As of 5 March 2018, only 99 Megamouth specimens had been caught or sighted. They have been found in the Pacific, Atlantic, and Indian Oceans. Japan, the Philippines and Taiwan have each yielded at least 10 specimens, the most of any single area, amounting to more than half the worldwide total. Specimens have also been sighted in or come out of the waters near Hawaii, California, Mexico, Indonesia, Australia, Brazil, Senegal, South Africa, Puerto Rico, Ecuador, and possibly Vietnam.
Some scientists believe that Southern California might be a mating area for megamouth sharks in the fall.
Diet: Planktivore; they feed on plankton, particularly krill, or shrimp and even jellyfish.
It is preyed on by the semi-parasitic Cookiecutter shark, and possibly whales.
The 13th specimen was apparently witnessed being attacked by whales with apparent marks on the dorsal and other fins.
Ram-Suction Index: The Megamouth shark more than likely is high on the suction side of the RSI, sucking in plankton to feed. However, the three planktivorous sharks have ram feeding in common, so it may use a combination of both. More than likely, it feeds in a three-step method:
Passive-swimming slowly with mouth open, straining plankton from the water.
Vertical-floating vertically, with little to no forward movement, using a suction method to draw prey into their mouths.
Active-suction filter-feeding while swimming steadily, enabling the whale sharks to draw water into their mouths at higher velocities. This type of feeding is also called “ram-filter feeding”.
They open their mouths, let water come in and their bodies filter out food, and release the water and any debris back into the ocean.
Aesthetic Identification: The body of the Megamouth shark is dark grey dorsally, and white ventrally. There are light margins to blackish pectoral and pelvic fins. The interior of its gill slits is lined with gill rakers that capture its food. The body has been described as stout, soft and flabby.
Biology and Reproduction: The Megamouth shark may have bioluminescent tissue inside its very large mouth to attract prey.
Tissue samples were obtained from twenty-seven Megamouth sharks caught in a two year period off the Hualien coast (eastern Taiwan), and two caught in Baja California, Mexico, and samples taken from GenBank in order to perform a population genetic analyses of the Megamouth shark; the results indicated no genetic diversity between populations found in different geographical locations, which indicates the species forms a single, highly migratory, interbreeding population )Liu, Shang-Yin ‘Vanson’; Joung, Shoou Jeng; Yu, Chi-Ju; Hsu, Hua-Hsun; Tsai, Wen-Pei; Liu, Kwang Ming (5 March 2018). “Genetic diversity and connectivity of the megamouth shark“).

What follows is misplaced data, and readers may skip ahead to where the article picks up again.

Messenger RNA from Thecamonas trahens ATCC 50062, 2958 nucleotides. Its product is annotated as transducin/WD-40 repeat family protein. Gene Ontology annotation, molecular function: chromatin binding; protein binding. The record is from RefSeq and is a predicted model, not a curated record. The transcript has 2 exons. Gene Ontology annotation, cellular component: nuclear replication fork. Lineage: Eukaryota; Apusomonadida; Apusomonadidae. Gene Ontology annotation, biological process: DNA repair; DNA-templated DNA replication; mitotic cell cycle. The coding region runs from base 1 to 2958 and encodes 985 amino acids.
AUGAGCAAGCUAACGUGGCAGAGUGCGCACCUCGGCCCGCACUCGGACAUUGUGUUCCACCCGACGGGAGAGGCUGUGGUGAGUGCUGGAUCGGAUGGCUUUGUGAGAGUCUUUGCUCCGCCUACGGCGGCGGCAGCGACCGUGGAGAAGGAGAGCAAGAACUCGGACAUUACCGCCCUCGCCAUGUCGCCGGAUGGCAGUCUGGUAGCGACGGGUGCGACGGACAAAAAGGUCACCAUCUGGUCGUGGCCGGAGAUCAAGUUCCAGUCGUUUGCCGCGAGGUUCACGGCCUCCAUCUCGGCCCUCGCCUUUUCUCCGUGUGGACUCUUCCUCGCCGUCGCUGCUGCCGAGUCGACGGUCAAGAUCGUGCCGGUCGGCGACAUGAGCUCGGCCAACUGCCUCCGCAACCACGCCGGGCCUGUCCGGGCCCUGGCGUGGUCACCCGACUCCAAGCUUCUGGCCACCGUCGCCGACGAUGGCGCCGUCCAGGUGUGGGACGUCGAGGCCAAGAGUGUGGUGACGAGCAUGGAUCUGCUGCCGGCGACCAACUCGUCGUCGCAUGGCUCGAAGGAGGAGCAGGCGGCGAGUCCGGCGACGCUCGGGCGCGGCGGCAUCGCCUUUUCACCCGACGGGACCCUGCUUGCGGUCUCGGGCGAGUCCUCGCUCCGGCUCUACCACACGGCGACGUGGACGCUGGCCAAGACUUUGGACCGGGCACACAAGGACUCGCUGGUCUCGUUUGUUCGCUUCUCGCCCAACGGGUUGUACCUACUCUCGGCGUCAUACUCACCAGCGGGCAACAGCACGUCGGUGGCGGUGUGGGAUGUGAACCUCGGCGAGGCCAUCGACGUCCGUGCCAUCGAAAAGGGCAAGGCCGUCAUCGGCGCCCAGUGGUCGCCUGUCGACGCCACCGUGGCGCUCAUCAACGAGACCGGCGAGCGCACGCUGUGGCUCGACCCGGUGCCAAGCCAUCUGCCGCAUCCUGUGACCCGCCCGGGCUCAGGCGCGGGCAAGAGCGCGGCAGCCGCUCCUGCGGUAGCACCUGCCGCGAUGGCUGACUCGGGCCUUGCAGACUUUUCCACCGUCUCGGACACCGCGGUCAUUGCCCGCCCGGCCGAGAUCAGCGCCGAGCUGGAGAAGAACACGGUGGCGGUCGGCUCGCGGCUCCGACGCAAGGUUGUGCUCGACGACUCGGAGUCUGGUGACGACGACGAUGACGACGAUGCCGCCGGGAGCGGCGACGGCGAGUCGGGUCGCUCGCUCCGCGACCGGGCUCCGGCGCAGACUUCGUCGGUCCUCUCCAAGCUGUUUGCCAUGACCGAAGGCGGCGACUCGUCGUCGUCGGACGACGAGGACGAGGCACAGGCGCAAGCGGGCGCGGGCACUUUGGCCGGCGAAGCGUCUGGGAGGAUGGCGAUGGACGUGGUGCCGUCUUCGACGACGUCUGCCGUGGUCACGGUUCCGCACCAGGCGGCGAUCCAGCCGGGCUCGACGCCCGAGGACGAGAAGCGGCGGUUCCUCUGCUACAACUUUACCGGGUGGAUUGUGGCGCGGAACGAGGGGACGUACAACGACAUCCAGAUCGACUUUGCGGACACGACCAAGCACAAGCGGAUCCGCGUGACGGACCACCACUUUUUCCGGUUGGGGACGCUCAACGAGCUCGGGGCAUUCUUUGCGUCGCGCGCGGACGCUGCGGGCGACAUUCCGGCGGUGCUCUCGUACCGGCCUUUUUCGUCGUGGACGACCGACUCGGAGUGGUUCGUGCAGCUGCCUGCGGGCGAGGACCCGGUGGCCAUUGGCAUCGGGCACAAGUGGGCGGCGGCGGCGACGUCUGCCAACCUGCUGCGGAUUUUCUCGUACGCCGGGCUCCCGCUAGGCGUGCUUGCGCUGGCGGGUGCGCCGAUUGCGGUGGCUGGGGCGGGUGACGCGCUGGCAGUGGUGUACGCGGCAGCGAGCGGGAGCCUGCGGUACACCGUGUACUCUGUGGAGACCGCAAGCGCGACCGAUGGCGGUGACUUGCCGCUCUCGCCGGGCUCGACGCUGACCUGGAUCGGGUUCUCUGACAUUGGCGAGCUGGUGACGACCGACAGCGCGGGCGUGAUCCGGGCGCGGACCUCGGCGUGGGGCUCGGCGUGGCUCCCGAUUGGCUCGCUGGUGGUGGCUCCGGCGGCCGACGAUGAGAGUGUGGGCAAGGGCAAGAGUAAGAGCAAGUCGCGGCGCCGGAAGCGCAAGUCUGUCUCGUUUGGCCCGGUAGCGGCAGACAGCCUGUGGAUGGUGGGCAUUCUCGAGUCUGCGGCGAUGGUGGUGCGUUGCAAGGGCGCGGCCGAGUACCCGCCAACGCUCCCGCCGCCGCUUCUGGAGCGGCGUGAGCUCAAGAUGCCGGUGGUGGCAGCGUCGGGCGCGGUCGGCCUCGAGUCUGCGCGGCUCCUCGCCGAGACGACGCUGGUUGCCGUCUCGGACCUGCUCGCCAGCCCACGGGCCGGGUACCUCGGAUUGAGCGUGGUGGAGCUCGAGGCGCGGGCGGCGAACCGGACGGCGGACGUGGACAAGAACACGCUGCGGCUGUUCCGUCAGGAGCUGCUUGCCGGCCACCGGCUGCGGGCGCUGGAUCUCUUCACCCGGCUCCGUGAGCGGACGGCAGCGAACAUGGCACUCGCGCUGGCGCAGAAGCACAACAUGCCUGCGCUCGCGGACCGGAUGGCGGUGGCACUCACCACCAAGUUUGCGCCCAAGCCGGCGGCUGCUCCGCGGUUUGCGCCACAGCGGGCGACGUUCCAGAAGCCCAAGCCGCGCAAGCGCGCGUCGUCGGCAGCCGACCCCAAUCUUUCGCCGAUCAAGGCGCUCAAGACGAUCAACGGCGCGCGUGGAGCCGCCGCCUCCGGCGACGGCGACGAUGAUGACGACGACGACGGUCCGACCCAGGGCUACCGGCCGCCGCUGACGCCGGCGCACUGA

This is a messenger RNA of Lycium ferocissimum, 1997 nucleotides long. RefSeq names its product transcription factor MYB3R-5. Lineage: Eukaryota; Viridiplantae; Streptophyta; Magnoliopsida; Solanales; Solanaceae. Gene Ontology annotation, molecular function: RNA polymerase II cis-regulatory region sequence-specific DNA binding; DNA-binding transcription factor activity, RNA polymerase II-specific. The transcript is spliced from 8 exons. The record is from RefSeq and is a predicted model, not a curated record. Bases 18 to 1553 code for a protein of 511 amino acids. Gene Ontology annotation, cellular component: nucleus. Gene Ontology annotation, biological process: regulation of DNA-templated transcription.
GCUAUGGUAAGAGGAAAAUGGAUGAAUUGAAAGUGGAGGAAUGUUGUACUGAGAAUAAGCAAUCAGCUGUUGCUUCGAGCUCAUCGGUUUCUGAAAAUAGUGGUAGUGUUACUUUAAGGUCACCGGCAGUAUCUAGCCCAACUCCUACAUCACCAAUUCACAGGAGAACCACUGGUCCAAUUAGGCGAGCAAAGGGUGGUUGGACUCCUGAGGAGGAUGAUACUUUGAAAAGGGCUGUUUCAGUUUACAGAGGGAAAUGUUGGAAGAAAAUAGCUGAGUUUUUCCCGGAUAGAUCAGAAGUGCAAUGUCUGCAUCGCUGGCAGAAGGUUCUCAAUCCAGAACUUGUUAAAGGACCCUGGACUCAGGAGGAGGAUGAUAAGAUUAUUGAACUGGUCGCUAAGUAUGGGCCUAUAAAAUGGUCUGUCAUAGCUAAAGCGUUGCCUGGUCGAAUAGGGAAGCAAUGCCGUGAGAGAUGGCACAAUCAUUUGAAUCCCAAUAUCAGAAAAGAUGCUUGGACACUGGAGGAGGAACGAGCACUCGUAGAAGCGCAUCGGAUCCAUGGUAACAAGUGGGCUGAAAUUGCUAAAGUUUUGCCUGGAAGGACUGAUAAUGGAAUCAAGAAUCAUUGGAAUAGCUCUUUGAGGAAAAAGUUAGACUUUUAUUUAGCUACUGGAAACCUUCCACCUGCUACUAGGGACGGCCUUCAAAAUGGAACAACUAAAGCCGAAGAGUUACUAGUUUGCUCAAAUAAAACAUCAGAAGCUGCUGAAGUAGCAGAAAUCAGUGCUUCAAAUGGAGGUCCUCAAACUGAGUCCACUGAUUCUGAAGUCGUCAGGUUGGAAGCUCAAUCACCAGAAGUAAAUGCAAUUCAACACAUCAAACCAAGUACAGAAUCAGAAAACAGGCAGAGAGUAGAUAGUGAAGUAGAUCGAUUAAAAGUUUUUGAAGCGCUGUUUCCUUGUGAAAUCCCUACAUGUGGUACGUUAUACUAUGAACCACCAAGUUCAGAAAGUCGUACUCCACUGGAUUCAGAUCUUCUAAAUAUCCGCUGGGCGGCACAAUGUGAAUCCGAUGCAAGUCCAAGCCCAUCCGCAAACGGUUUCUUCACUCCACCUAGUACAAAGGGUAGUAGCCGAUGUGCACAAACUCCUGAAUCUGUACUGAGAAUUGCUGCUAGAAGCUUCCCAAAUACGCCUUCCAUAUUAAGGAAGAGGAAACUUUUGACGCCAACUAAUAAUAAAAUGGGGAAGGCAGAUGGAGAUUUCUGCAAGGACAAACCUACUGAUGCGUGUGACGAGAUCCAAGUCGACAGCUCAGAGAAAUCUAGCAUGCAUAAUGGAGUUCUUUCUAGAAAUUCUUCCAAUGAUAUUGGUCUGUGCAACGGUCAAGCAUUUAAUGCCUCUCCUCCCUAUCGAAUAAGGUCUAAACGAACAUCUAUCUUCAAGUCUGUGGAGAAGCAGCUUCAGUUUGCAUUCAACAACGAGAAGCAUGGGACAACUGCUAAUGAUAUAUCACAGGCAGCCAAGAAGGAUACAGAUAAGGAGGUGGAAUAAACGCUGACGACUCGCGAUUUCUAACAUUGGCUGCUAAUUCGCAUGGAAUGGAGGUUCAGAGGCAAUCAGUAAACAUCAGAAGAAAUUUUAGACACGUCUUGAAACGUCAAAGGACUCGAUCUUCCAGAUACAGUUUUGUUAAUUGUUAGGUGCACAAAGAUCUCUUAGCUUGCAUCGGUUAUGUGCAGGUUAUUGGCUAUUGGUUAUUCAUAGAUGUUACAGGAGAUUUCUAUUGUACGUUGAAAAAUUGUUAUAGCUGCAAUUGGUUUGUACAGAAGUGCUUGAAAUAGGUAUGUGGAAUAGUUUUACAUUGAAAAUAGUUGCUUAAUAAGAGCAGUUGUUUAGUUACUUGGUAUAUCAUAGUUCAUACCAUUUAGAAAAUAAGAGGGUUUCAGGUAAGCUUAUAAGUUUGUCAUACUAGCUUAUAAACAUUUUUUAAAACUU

As of July 2017, the preserved and partially dissected head of a Megamouth shark was on display at Osaka Aquarium in Osaka, Japan.
Not much is known about the reproduction of the Megamouth shark, but they are presumed viviparous/ovoviviparous with oophagy. The claspers of the first captured megamouth were fully described. Its claspers were relatively slender, with tip elongated, forming a very narrow, slender process. Apparently, two male specimens showed evidence of recently mating. There is also possible evidence that males may try to old down females during copulation, for one was found to have similar lower jaw wounds like that in other mating sharks.
The ovary of the megamouth is similar to other mackerel sharks and this suggests that megamouth embryos are oophagous (the first well-developed embryo eats the other eggs in the uterus). The 12th megamouth captured is the only known mature female. The total length of this specimen was 5.44m and the expanded uteri measured 260mm. The right ovary possessed a large number of whitish yellow eggs (Florida Museum, 2019).
A few species of parasites are found internally in megamouth sharks, including specimens of a cestode worm species (Corrugatocephalum ouei) and specimens of a poorly known trypanorhynch (Mixodigma leptaleum) recovered from the intestine contents of the 7th megamouth. A microscopic parasite (Chloromyxum) was also found in this megamouth from its gall bladder.
Behavioral Traits, Sensing and Intelligence: The Megamouth shark is suggested to be considerably less active than the other filter-feeding sharks, the Whale shark and Basking shark.
Speed: They are more than likely slow, poor swimmers.
Megamouth Shark Recorded Attacks on Humans: Not a threat to humans.